To bring highly personalized, precision medicine to eye disease requires careful collection of human eye tissues in a biorepository. Stanford ophthalmologist are creating an advanced tissue collection system to preserve, annotate, and analyze eye tissues using the most advanced molecular techniques. The goal will be to identify molecular biomarkers that will diagnose disease earlier and point to specific treatments for individual patients. A major barrier to this type of translational research is the absence of appropriate infrastructure in the operating room and laboratory. Stanford eye surgeons are building on their early work that developed novel instruments for tissue collection, an efficient database system to interface the operating room with the science lab, and proteomic analysis of retinal disease. Our first studies using an eye disease biorepository, a first of its kind, have identified new biomarkers to diagnose and treat inflammatory retinal diseases. With this validation we are working to acquire the personnel, instrumentation, and analytic systems to expand the biorepository to all areas of eye disease at the Beyer’s Eye Institute.
Advanced retinal imaging using fundus cameras, scanning laser ophthalmoscopy and OCT as a source of biomarkers for diagnosis, characterization and prognosis of chronic illness or long-term conditions is a relatively new field of study that relies on computational methods, image analysis and data science. An increased collaboration between imaging scientists and clinicians could be the key to more effective and economical care through this simple, non-invasive technique. The continued advances in imaging technology makes breakthroughs in retina research highly likely in years to come.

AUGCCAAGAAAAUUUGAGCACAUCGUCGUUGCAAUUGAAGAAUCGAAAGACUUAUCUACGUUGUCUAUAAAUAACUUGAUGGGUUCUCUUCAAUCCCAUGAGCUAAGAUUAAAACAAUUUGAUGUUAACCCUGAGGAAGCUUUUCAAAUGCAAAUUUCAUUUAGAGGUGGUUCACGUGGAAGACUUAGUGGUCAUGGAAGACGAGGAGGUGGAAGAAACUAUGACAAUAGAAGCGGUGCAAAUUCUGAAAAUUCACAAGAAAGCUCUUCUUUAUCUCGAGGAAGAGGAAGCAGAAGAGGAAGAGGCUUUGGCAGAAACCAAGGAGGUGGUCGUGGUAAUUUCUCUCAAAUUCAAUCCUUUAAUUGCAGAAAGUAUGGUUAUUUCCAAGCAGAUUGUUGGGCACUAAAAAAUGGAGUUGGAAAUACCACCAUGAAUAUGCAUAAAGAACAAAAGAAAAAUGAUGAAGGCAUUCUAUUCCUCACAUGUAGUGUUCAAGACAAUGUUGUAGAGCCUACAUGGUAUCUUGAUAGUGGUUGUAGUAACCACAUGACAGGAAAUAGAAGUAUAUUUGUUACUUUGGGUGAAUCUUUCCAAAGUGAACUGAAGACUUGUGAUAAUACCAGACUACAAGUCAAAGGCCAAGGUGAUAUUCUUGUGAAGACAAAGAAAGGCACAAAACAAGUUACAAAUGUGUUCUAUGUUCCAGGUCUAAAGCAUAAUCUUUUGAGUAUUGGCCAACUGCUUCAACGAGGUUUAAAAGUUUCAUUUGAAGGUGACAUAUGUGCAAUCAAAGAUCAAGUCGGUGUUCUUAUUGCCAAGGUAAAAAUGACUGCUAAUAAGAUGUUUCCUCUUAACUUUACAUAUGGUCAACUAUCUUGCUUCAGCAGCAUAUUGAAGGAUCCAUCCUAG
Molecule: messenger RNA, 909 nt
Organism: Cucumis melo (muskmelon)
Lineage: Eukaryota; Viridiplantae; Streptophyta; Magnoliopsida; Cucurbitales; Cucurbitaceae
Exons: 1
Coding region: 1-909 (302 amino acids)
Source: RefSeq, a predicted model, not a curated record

By developing powerful databases with simplified access and query processes, we are linking the operating room to the laboratory and to clinical research teams. Characterizing eye disease phenotypes is critical to understanding and treating disease processes. Our projects include deployment of a high-throughput, scalable eye disease screen for discovery of clinically significant animal models and instrument development for high-throughput human eye disease phenotyping.
Many eye disease processes may be better characterized by protein expression rather than gene expression. We are analyzing human eye fluids to discover proteins that signal disease and point to personalized therapies. Our projects include reagent development for high-throughput discovery of novel drugable targets.